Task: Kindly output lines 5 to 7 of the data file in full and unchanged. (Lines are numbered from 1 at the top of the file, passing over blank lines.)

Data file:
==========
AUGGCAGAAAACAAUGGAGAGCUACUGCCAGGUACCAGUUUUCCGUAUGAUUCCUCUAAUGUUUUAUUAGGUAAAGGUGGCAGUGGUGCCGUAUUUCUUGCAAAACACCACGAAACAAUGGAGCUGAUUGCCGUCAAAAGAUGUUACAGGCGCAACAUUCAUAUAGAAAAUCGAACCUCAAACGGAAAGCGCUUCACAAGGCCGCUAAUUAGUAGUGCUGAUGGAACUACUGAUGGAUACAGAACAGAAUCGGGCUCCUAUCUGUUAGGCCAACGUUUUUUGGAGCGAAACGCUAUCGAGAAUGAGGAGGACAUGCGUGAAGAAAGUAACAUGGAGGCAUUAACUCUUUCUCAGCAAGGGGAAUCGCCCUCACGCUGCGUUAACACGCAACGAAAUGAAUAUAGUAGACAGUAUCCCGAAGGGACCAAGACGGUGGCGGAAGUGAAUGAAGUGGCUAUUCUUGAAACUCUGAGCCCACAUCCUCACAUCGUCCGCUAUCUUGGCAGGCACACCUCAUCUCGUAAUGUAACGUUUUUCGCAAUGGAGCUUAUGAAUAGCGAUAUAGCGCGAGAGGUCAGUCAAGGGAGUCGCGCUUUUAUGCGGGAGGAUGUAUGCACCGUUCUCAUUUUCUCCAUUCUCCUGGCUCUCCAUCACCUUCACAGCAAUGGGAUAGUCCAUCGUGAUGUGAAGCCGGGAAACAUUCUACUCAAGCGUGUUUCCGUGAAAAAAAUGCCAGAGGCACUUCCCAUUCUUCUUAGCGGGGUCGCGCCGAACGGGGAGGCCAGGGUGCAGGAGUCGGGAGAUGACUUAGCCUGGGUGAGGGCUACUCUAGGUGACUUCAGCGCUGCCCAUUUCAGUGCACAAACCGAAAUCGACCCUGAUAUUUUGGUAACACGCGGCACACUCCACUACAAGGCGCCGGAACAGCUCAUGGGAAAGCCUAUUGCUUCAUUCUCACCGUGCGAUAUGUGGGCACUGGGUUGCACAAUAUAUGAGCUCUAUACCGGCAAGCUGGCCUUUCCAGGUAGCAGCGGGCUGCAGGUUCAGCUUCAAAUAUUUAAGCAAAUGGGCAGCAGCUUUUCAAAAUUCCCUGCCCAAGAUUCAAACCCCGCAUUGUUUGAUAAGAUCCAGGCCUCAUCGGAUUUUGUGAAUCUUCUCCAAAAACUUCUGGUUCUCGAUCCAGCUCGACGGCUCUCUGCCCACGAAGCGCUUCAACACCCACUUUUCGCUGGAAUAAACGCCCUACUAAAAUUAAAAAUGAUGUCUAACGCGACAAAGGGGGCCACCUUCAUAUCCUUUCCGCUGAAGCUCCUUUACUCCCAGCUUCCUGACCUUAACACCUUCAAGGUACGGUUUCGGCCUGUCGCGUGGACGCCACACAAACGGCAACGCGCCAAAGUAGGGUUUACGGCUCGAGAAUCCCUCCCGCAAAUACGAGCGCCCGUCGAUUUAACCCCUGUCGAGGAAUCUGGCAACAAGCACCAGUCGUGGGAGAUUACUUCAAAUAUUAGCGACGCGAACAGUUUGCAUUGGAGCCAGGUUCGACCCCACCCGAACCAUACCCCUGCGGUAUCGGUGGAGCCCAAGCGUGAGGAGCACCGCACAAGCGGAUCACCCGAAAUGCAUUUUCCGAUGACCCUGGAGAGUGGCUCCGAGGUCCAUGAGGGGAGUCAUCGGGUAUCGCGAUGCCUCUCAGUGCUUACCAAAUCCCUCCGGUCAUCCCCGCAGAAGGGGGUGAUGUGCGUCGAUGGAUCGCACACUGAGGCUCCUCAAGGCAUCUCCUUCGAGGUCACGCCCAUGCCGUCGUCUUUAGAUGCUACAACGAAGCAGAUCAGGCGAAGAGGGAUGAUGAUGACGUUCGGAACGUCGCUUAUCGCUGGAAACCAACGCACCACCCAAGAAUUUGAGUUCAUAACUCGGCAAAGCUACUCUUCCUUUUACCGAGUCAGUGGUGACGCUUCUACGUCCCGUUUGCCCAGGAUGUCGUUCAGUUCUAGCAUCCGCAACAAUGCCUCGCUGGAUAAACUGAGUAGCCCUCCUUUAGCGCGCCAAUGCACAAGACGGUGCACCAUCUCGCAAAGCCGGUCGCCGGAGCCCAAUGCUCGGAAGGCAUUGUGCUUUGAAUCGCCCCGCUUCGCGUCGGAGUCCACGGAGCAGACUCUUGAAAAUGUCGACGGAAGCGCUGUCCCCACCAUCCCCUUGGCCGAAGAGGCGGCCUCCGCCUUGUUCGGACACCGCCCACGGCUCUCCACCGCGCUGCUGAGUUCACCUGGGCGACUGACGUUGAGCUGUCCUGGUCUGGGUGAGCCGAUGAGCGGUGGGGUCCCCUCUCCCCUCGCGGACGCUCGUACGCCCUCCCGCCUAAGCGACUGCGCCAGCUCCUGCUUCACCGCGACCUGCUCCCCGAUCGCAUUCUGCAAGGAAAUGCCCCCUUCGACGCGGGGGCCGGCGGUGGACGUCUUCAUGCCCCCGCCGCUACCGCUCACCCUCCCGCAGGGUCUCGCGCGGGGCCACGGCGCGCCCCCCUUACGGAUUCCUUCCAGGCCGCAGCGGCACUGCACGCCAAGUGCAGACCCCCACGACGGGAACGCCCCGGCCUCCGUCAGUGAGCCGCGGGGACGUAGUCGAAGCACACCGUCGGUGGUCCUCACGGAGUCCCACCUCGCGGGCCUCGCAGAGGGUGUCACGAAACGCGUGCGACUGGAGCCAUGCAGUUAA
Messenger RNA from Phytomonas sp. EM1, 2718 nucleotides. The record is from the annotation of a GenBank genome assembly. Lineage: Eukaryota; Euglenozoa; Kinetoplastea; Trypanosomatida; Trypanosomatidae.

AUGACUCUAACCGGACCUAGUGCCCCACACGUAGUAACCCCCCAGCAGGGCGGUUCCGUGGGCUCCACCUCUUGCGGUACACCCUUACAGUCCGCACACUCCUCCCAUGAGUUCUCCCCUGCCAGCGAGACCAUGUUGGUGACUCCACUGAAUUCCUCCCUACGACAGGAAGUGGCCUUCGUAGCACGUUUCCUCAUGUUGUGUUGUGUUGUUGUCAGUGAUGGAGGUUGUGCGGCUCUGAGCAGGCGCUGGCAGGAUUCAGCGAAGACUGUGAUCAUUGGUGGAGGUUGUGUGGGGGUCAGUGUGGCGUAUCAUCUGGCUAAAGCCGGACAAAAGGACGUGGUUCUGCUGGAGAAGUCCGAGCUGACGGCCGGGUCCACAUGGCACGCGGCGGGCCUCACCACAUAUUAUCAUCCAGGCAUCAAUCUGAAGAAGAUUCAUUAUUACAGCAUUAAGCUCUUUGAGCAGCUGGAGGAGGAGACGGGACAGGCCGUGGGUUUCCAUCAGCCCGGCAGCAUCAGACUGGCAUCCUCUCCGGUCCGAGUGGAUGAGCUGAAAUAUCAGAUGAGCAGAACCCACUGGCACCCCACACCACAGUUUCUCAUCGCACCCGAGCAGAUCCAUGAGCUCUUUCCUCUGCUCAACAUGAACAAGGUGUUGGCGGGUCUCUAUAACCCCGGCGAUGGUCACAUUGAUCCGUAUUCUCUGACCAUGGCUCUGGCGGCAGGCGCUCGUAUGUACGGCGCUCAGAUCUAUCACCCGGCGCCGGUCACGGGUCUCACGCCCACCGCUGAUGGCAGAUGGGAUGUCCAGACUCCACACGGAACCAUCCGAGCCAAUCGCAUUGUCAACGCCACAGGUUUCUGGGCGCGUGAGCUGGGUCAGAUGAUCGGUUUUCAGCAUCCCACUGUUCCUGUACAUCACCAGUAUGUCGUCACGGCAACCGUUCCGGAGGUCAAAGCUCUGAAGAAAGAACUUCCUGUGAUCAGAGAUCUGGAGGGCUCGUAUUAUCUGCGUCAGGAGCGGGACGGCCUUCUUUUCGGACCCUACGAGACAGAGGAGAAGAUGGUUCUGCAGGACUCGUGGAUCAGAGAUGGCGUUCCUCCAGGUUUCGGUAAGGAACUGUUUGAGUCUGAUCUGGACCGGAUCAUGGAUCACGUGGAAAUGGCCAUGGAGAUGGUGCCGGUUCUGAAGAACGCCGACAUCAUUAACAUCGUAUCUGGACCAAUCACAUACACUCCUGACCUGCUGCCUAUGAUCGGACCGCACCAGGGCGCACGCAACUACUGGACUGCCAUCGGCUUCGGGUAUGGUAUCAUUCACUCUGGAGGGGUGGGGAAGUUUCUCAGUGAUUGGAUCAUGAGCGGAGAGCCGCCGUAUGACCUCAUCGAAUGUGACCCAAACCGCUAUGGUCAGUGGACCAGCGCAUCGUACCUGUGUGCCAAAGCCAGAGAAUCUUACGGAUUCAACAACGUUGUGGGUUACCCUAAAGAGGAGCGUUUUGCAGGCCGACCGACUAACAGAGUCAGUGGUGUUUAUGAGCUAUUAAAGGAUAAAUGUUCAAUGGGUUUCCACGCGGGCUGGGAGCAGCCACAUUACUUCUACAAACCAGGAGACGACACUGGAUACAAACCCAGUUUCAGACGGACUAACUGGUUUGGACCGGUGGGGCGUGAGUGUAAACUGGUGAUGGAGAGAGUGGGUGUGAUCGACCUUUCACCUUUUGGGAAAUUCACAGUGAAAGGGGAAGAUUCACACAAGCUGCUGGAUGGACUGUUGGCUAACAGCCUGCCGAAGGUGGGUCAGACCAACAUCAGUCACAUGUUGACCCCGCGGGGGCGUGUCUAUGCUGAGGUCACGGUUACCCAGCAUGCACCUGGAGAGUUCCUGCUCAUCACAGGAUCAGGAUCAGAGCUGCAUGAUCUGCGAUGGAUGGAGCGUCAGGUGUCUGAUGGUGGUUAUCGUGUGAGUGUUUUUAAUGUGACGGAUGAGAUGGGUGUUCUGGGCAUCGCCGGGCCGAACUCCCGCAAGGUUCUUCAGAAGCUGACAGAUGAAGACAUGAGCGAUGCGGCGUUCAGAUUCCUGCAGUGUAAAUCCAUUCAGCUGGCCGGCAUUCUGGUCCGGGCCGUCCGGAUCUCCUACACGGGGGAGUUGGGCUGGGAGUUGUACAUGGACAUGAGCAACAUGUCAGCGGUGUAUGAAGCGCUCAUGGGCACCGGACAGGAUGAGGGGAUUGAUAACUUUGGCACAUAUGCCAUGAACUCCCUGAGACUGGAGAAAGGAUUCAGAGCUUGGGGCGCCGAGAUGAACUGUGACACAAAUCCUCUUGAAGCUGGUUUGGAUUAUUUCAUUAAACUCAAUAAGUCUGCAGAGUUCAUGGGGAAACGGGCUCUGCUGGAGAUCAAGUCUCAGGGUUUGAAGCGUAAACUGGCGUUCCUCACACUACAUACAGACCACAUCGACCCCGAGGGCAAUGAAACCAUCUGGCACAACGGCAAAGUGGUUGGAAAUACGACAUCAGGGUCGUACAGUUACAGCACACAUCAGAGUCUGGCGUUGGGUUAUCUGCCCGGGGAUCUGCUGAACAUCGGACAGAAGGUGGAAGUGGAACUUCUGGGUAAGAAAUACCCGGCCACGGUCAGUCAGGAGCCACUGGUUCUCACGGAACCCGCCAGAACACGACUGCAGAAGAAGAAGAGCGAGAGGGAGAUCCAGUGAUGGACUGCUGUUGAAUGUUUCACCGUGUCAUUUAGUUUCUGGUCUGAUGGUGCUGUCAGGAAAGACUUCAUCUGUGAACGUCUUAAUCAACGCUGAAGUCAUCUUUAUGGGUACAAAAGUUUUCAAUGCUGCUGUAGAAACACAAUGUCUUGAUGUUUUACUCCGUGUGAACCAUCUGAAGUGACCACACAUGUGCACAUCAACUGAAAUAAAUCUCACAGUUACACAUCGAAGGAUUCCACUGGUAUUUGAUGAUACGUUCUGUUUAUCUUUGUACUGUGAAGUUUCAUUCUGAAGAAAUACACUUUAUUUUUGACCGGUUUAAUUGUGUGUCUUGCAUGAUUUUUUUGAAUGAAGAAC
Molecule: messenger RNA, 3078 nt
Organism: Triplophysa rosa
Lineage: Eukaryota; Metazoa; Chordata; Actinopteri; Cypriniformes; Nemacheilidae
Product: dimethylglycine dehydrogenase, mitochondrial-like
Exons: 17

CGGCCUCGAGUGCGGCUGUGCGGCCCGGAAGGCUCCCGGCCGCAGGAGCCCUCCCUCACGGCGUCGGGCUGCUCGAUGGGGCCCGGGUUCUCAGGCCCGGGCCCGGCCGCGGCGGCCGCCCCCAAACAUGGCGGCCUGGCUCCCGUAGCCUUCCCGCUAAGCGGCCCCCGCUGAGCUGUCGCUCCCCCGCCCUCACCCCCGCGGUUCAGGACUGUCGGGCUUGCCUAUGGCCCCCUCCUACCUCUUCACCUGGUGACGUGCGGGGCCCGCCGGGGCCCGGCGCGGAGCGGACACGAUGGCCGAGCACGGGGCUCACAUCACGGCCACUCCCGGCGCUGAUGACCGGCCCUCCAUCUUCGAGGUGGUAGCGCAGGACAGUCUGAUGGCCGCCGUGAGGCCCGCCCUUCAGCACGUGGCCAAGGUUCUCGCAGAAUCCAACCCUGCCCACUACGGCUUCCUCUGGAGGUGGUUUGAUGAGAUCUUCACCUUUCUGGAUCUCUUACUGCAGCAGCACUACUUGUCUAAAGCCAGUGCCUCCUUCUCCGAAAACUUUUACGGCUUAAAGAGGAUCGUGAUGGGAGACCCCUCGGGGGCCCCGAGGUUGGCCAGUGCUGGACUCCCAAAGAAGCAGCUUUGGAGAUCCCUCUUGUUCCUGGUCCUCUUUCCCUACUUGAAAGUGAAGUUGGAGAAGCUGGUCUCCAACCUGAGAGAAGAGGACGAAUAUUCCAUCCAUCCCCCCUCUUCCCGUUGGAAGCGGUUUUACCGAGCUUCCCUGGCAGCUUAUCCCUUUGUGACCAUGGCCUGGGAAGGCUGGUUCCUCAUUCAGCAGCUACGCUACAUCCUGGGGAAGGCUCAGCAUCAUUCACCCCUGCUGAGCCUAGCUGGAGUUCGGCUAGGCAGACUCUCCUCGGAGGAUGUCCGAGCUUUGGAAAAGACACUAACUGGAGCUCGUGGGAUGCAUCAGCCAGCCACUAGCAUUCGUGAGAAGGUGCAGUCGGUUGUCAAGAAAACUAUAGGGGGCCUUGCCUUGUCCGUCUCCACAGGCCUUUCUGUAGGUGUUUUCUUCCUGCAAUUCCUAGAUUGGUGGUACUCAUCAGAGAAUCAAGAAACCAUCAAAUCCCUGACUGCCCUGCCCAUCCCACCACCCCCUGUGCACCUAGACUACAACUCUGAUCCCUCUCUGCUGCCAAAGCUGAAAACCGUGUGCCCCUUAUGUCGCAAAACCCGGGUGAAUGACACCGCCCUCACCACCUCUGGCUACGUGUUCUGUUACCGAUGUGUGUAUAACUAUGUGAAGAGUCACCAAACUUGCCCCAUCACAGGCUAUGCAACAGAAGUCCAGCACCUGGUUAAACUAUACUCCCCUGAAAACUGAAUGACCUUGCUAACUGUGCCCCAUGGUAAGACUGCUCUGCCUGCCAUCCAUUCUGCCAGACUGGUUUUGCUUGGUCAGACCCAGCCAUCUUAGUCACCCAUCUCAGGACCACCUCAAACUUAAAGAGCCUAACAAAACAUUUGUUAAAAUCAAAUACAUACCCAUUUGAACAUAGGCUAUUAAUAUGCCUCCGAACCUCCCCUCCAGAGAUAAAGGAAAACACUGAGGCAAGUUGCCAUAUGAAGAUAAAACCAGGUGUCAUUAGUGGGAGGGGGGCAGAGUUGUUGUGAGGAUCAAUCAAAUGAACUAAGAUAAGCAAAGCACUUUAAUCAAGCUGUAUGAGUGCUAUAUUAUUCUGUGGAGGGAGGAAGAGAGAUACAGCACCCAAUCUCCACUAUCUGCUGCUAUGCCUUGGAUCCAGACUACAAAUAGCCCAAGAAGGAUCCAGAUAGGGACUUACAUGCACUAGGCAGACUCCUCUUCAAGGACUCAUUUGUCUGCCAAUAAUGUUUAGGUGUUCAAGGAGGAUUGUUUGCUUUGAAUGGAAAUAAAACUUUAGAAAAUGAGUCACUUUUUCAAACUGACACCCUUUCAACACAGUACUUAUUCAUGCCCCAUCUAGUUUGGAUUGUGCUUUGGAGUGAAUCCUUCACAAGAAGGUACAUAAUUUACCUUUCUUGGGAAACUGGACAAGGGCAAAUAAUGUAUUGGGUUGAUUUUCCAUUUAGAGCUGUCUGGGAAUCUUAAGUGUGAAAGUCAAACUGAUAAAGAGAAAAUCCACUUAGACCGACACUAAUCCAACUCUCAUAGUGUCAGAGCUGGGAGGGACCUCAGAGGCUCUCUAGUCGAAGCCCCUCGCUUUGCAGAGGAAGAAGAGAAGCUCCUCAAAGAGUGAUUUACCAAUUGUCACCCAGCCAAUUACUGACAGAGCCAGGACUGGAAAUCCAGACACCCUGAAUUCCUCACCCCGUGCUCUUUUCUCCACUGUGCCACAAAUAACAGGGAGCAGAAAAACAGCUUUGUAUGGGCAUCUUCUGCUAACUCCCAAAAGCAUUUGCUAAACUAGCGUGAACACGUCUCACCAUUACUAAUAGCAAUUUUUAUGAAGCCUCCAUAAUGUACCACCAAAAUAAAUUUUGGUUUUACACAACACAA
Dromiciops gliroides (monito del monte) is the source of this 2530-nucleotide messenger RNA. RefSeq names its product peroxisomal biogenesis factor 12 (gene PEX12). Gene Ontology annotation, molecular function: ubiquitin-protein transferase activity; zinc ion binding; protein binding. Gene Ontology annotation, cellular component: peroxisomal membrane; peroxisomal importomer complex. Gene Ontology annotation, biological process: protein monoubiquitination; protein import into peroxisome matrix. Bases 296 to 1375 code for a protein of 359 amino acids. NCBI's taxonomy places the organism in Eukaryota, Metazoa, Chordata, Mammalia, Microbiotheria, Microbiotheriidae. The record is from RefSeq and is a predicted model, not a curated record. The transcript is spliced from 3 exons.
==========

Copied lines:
Organism: Triplophysa rosa
Lineage: Eukaryota; Metazoa; Chordata; Actinopteri; Cypriniformes; Nemacheilidae
Product: dimethylglycine dehydrogenase, mitochondrial-like